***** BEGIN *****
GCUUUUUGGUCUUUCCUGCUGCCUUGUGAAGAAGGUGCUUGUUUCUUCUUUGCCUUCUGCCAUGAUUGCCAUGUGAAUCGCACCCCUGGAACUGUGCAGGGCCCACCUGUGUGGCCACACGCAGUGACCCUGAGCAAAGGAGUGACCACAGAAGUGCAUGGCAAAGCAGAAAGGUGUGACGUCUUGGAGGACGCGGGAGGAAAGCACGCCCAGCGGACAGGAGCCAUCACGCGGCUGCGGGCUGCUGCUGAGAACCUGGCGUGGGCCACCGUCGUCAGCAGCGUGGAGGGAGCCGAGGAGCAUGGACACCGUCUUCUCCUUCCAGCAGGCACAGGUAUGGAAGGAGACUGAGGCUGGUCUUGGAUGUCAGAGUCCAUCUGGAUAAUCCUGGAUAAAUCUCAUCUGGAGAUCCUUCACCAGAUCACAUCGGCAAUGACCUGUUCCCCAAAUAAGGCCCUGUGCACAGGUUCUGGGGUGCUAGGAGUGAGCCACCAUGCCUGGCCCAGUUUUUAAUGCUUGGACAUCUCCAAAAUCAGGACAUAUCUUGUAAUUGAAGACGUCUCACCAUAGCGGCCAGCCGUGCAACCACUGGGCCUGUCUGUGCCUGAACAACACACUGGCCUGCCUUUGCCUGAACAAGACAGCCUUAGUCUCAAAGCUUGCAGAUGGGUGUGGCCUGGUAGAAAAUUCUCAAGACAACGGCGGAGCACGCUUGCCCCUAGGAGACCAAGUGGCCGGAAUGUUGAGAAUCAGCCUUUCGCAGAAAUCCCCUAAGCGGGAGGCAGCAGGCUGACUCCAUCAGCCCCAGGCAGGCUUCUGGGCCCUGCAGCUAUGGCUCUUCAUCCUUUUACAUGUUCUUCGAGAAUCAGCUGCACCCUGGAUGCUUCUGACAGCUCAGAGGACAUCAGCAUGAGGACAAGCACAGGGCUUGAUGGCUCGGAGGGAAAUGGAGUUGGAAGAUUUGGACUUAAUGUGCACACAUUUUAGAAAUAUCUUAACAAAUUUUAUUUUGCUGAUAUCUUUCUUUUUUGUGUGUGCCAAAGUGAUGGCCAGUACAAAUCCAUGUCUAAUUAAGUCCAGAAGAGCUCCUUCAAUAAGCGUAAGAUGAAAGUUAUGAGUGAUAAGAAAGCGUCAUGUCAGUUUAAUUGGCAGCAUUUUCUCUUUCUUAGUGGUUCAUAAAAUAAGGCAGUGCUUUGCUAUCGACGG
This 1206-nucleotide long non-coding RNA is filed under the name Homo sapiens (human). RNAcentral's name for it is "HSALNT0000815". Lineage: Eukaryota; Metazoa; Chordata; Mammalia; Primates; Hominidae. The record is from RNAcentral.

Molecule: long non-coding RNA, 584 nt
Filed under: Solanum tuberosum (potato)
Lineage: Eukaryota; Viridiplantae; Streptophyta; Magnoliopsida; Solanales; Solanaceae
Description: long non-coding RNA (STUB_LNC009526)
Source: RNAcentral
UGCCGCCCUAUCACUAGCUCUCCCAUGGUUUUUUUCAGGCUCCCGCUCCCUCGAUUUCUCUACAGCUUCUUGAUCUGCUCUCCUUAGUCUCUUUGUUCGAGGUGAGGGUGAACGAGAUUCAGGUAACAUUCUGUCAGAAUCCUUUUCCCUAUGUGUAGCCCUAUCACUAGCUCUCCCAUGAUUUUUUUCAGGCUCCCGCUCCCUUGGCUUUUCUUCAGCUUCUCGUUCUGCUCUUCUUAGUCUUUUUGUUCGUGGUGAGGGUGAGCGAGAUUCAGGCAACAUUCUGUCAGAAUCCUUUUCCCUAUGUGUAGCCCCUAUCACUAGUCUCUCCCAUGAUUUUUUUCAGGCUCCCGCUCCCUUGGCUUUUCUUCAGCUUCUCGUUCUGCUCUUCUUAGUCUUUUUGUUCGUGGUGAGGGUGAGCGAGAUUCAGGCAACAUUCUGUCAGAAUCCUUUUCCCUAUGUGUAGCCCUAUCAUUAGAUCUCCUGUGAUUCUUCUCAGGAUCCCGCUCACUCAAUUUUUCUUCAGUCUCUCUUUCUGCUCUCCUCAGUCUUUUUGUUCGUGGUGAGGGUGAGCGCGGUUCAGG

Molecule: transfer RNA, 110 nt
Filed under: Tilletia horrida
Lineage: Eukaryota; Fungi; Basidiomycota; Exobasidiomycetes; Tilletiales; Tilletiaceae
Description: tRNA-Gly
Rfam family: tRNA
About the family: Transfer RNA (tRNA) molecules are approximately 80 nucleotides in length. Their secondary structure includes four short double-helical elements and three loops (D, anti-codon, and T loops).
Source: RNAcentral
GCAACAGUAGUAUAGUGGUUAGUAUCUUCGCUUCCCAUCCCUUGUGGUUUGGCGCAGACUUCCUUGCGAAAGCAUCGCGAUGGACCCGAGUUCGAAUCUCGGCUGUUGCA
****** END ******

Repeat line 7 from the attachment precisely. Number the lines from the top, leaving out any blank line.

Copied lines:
Source: RNAcentral